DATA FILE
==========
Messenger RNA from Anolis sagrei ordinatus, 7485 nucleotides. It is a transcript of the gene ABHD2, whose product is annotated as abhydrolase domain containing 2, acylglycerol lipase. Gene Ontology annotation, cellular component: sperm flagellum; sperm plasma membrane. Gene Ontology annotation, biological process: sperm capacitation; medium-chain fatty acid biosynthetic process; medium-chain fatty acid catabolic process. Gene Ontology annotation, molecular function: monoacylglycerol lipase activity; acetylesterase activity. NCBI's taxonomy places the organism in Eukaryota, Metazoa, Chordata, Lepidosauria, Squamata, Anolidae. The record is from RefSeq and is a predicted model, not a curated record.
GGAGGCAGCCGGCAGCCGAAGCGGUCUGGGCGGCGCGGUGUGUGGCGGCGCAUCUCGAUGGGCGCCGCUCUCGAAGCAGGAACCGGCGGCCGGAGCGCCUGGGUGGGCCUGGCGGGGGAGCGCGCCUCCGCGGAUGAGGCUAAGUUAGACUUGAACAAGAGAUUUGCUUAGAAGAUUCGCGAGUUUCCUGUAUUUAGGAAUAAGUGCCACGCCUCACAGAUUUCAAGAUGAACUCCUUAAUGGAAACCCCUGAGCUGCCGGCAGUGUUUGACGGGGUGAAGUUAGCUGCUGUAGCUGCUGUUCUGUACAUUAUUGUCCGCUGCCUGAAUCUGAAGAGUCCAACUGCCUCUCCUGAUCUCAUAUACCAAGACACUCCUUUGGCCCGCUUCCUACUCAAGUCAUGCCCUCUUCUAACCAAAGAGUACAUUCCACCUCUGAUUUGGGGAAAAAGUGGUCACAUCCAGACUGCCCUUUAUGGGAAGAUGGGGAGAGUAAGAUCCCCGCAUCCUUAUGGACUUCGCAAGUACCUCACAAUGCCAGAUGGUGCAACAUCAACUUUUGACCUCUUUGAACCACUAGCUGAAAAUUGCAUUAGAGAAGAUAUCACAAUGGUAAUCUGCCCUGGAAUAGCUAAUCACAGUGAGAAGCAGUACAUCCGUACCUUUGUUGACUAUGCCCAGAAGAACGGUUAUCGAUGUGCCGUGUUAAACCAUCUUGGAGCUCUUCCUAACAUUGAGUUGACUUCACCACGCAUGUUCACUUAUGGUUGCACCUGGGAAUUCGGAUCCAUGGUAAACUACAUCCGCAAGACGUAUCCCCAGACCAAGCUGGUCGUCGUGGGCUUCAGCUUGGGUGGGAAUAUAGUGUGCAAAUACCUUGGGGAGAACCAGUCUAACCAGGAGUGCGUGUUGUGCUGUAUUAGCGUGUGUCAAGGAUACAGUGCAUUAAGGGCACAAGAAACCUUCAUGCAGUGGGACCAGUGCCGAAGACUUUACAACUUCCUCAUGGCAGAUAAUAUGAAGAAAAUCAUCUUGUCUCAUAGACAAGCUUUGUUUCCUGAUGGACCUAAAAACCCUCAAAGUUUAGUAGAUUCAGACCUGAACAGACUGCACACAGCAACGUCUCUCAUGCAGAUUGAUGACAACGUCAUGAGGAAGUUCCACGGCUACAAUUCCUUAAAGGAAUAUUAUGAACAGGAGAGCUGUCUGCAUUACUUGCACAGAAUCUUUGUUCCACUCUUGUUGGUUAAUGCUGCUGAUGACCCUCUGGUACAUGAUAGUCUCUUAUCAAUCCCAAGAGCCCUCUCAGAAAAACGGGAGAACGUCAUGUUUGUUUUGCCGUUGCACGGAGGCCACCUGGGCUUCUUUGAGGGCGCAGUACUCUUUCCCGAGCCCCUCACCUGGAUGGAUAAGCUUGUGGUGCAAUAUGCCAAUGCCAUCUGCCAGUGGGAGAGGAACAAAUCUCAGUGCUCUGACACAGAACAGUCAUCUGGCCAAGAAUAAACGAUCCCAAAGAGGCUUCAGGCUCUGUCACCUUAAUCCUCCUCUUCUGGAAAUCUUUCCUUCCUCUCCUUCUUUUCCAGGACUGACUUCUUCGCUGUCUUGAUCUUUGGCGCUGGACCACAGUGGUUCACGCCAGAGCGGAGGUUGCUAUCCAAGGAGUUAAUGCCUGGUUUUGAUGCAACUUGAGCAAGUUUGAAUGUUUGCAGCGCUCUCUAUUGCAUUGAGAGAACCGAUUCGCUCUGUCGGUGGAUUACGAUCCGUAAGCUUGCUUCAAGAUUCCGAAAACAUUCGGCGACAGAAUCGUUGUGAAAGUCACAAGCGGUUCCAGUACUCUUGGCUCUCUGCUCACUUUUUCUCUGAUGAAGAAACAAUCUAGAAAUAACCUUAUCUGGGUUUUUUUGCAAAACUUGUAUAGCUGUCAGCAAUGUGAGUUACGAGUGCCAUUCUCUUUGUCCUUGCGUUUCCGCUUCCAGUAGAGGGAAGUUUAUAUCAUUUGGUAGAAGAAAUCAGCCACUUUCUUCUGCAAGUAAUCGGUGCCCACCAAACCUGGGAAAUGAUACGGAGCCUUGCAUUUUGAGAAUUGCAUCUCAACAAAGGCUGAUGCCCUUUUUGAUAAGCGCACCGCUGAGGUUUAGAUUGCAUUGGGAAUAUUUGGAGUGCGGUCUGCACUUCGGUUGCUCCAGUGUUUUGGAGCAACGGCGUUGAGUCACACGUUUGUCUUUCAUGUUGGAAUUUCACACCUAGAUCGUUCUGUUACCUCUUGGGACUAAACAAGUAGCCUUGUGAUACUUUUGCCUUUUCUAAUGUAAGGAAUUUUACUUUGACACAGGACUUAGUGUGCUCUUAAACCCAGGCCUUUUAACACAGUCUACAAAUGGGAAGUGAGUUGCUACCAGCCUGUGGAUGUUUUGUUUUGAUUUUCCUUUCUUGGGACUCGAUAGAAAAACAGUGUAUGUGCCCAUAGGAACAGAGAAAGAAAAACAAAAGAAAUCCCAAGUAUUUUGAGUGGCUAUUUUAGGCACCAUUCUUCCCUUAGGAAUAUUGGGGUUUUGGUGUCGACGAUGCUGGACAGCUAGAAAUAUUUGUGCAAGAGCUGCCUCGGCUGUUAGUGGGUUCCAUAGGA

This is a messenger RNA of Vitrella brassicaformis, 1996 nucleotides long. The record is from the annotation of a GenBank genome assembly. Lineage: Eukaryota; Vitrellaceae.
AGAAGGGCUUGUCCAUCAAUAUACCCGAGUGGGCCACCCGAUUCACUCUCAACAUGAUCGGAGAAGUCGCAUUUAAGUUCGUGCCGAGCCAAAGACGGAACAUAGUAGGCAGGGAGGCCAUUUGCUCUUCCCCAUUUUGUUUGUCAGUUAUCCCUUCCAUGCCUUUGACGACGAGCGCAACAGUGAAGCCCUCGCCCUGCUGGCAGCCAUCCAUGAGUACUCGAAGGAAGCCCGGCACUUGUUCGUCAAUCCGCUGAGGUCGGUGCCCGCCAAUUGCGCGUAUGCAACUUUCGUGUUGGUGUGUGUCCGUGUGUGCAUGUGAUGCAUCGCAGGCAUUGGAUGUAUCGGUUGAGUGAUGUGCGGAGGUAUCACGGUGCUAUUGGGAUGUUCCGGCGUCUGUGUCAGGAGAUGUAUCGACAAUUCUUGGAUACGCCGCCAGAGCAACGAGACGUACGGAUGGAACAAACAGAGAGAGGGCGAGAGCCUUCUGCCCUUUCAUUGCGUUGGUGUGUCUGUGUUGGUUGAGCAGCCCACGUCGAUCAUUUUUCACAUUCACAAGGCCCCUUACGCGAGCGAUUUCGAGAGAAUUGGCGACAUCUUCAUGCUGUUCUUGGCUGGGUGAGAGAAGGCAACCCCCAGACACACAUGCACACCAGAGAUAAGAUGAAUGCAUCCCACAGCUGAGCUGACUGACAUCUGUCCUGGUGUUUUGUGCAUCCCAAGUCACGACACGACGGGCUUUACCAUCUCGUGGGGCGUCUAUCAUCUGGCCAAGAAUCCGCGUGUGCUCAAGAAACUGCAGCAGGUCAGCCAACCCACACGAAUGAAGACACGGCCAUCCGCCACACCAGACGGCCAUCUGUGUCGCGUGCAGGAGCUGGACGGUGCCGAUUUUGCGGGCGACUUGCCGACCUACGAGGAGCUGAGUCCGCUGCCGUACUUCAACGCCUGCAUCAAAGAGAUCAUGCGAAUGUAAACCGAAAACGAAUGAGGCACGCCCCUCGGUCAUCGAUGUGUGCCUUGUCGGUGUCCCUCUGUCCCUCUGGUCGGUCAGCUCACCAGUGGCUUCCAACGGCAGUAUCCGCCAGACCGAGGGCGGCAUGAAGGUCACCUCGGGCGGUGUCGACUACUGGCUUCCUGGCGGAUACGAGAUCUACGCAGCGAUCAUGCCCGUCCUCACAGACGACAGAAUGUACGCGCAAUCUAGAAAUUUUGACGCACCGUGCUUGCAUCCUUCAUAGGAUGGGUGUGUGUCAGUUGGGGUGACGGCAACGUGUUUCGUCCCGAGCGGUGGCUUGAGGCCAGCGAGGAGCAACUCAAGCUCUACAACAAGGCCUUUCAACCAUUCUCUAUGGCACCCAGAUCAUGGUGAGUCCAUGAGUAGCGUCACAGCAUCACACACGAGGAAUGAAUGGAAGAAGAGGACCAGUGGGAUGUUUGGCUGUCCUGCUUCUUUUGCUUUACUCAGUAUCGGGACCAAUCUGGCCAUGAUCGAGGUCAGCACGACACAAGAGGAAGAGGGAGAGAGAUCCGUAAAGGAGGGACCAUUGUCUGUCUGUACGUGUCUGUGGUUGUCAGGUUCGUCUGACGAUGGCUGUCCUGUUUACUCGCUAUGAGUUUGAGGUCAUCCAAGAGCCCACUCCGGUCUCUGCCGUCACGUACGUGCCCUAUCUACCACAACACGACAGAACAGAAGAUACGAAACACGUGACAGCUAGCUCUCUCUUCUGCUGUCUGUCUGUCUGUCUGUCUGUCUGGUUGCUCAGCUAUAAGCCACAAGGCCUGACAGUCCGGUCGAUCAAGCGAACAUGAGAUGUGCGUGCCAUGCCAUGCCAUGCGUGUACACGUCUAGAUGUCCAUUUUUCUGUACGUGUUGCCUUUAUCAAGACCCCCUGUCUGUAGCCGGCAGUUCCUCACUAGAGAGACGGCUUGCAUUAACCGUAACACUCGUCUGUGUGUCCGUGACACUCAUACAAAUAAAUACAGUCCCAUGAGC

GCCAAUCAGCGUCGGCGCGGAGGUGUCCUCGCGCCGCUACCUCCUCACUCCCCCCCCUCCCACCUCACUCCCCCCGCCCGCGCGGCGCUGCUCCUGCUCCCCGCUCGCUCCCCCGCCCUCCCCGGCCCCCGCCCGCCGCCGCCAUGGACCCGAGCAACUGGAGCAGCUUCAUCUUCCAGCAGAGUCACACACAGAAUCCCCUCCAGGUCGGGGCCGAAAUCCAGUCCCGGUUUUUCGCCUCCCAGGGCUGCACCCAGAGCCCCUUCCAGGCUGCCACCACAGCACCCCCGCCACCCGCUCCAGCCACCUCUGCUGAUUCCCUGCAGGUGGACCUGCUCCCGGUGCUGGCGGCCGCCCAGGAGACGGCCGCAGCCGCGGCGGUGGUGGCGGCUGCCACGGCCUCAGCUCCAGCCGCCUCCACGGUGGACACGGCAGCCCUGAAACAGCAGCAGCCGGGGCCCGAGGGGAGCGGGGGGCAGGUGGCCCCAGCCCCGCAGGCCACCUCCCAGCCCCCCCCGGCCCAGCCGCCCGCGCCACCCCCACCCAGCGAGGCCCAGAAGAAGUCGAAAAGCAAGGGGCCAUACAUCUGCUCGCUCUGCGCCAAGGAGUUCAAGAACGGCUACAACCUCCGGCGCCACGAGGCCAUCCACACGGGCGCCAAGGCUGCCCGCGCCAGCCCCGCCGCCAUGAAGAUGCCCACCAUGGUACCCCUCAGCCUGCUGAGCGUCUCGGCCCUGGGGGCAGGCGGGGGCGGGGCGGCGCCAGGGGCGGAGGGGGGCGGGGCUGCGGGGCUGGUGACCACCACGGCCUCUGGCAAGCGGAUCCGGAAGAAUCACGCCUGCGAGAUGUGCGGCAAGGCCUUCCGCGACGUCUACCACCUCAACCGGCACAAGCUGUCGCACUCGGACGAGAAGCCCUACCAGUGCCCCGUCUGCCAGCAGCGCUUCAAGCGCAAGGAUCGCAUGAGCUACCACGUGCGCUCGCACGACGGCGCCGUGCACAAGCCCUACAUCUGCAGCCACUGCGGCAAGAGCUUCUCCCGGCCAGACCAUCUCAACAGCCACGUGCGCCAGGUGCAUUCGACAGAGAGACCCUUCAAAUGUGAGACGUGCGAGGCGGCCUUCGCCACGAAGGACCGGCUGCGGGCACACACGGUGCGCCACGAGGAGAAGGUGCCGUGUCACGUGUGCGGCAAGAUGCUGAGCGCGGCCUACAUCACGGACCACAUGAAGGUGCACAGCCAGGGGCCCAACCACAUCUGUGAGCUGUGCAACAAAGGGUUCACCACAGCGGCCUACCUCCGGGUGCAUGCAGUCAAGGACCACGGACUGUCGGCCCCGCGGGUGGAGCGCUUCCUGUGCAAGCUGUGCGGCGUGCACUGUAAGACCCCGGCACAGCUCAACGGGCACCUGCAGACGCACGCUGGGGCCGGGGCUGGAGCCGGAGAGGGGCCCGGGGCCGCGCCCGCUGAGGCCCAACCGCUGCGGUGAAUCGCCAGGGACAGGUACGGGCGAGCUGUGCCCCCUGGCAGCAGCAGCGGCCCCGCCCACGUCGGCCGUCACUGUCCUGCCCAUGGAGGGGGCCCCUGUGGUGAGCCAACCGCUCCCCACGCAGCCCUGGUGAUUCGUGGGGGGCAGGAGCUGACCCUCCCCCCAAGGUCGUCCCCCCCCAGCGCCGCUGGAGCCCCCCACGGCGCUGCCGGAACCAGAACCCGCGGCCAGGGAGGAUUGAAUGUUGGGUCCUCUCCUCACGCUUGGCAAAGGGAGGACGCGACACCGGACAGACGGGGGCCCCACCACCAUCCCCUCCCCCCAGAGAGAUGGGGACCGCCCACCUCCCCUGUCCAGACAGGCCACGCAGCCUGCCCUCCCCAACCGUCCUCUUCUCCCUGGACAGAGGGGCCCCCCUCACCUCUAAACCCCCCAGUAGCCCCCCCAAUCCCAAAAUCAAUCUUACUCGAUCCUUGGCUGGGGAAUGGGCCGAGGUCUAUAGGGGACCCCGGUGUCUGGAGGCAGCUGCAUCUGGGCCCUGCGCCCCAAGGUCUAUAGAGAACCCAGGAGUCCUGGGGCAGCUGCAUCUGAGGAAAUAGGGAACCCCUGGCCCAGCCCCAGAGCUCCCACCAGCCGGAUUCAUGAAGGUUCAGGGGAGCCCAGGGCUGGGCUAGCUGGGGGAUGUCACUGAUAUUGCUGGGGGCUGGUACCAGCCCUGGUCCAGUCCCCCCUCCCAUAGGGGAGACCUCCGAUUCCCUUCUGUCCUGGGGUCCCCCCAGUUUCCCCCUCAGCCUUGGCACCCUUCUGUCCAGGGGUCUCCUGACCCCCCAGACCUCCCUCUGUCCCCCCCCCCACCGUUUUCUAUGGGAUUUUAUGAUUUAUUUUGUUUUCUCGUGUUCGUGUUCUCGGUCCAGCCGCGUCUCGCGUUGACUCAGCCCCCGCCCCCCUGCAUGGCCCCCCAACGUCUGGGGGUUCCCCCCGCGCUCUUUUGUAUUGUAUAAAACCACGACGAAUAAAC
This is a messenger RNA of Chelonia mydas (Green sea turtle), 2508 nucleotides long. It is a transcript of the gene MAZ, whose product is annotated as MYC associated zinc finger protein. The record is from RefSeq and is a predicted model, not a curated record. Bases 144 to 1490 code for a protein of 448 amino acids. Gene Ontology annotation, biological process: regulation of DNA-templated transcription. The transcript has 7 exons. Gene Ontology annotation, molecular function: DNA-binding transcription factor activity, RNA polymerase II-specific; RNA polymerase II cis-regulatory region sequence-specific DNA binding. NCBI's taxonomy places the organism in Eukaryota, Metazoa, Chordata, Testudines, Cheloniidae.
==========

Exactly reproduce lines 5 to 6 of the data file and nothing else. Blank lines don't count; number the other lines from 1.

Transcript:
GCCAAUCAGCGUCGGCGCGGAGGUGUCCUCGCGCCGCUACCUCCUCACUCCCCCCCCUCCCACCUCACUCCCCCCGCCCGCGCGGCGCUGCUCCUGCUCCCCGCUCGCUCCCCCGCCCUCCCCGGCCCCCGCCCGCCGCCGCCAUGGACCCGAGCAACUGGAGCAGCUUCAUCUUCCAGCAGAGUCACACACAGAAUCCCCUCCAGGUCGGGGCCGAAAUCCAGUCCCGGUUUUUCGCCUCCCAGGGCUGCACCCAGAGCCCCUUCCAGGCUGCCACCACAGCACCCCCGCCACCCGCUCCAGCCACCUCUGCUGAUUCCCUGCAGGUGGACCUGCUCCCGGUGCUGGCGGCCGCCCAGGAGACGGCCGCAGCCGCGGCGGUGGUGGCGGCUGCCACGGCCUCAGCUCCAGCCGCCUCCACGGUGGACACGGCAGCCCUGAAACAGCAGCAGCCGGGGCCCGAGGGGAGCGGGGGGCAGGUGGCCCCAGCCCCGCAGGCCACCUCCCAGCCCCCCCCGGCCCAGCCGCCCGCGCCACCCCCACCCAGCGAGGCCCAGAAGAAGUCGAAAAGCAAGGGGCCAUACAUCUGCUCGCUCUGCGCCAAGGAGUUCAAGAACGGCUACAACCUCCGGCGCCACGAGGCCAUCCACACGGGCGCCAAGGCUGCCCGCGCCAGCCCCGCCGCCAUGAAGAUGCCCACCAUGGUACCCCUCAGCCUGCUGAGCGUCUCGGCCCUGGGGGCAGGCGGGGGCGGGGCGGCGCCAGGGGCGGAGGGGGGCGGGGCUGCGGGGCUGGUGACCACCACGGCCUCUGGCAAGCGGAUCCGGAAGAAUCACGCCUGCGAGAUGUGCGGCAAGGCCUUCCGCGACGUCUACCACCUCAACCGGCACAAGCUGUCGCACUCGGACGAGAAGCCCUACCAGUGCCCCGUCUGCCAGCAGCGCUUCAAGCGCAAGGAUCGCAUGAGCUACCACGUGCGCUCGCACGACGGCGCCGUGCACAAGCCCUACAUCUGCAGCCACUGCGGCAAGAGCUUCUCCCGGCCAGACCAUCUCAACAGCCACGUGCGCCAGGUGCAUUCGACAGAGAGACCCUUCAAAUGUGAGACGUGCGAGGCGGCCUUCGCCACGAAGGACCGGCUGCGGGCACACACGGUGCGCCACGAGGAGAAGGUGCCGUGUCACGUGUGCGGCAAGAUGCUGAGCGCGGCCUACAUCACGGACCACAUGAAGGUGCACAGCCAGGGGCCCAACCACAUCUGUGAGCUGUGCAACAAAGGGUUCACCACAGCGGCCUACCUCCGGGUGCAUGCAGUCAAGGACCACGGACUGUCGGCCCCGCGGGUGGAGCGCUUCCUGUGCAAGCUGUGCGGCGUGCACUGUAAGACCCCGGCACAGCUCAACGGGCACCUGCAGACGCACGCUGGGGCCGGGGCUGGAGCCGGAGAGGGGCCCGGGGCCGCGCCCGCUGAGGCCCAACCGCUGCGGUGAAUCGCCAGGGACAGGUACGGGCGAGCUGUGCCCCCUGGCAGCAGCAGCGGCCCCGCCCACGUCGGCCGUCACUGUCCUGCCCAUGGAGGGGGCCCCUGUGGUGAGCCAACCGCUCCCCACGCAGCCCUGGUGAUUCGUGGGGGGCAGGAGCUGACCCUCCCCCCAAGGUCGUCCCCCCCCAGCGCCGCUGGAGCCCCCCACGGCGCUGCCGGAACCAGAACCCGCGGCCAGGGAGGAUUGAAUGUUGGGUCCUCUCCUCACGCUUGGCAAAGGGAGGACGCGACACCGGACAGACGGGGGCCCCACCACCAUCCCCUCCCCCCAGAGAGAUGGGGACCGCCCACCUCCCCUGUCCAGACAGGCCACGCAGCCUGCCCUCCCCAACCGUCCUCUUCUCCCUGGACAGAGGGGCCCCCCUCACCUCUAAACCCCCCAGUAGCCCCCCCAAUCCCAAAAUCAAUCUUACUCGAUCCUUGGCUGGGGAAUGGGCCGAGGUCUAUAGGGGACCCCGGUGUCUGGAGGCAGCUGCAUCUGGGCCCUGCGCCCCAAGGUCUAUAGAGAACCCAGGAGUCCUGGGGCAGCUGCAUCUGAGGAAAUAGGGAACCCCUGGCCCAGCCCCAGAGCUCCCACCAGCCGGAUUCAUGAAGGUUCAGGGGAGCCCAGGGCUGGGCUAGCUGGGGGAUGUCACUGAUAUUGCUGGGGGCUGGUACCAGCCCUGGUCCAGUCCCCCCUCCCAUAGGGGAGACCUCCGAUUCCCUUCUGUCCUGGGGUCCCCCCAGUUUCCCCCUCAGCCUUGGCACCCUUCUGUCCAGGGGUCUCCUGACCCCCCAGACCUCCCUCUGUCCCCCCCCCCACCGUUUUCUAUGGGAUUUUAUGAUUUAUUUUGUUUUCUCGUGUUCGUGUUCUCGGUCCAGCCGCGUCUCGCGUUGACUCAGCCCCCGCCCCCCUGCAUGGCCCCCCAACGUCUGGGGGUUCCCCCCGCGCUCUUUUGUAUUGUAUAAAACCACGACGAAUAAAC
This is a messenger RNA of Chelonia mydas (Green sea turtle), 2508 nucleotides long. It is a transcript of the gene MAZ, whose product is annotated as MYC associated zinc finger protein. The record is from RefSeq and is a predicted model, not a curated record. Bases 144 to 1490 code for a protein of 448 amino acids. Gene Ontology annotation, biological process: regulation of DNA-templated transcription. The transcript has 7 exons. Gene Ontology annotation, molecular function: DNA-binding transcription factor activity, RNA polymerase II-specific; RNA polymerase II cis-regulatory region sequence-specific DNA binding. NCBI's taxonomy places the organism in Eukaryota, Metazoa, Chordata, Testudines, Cheloniidae.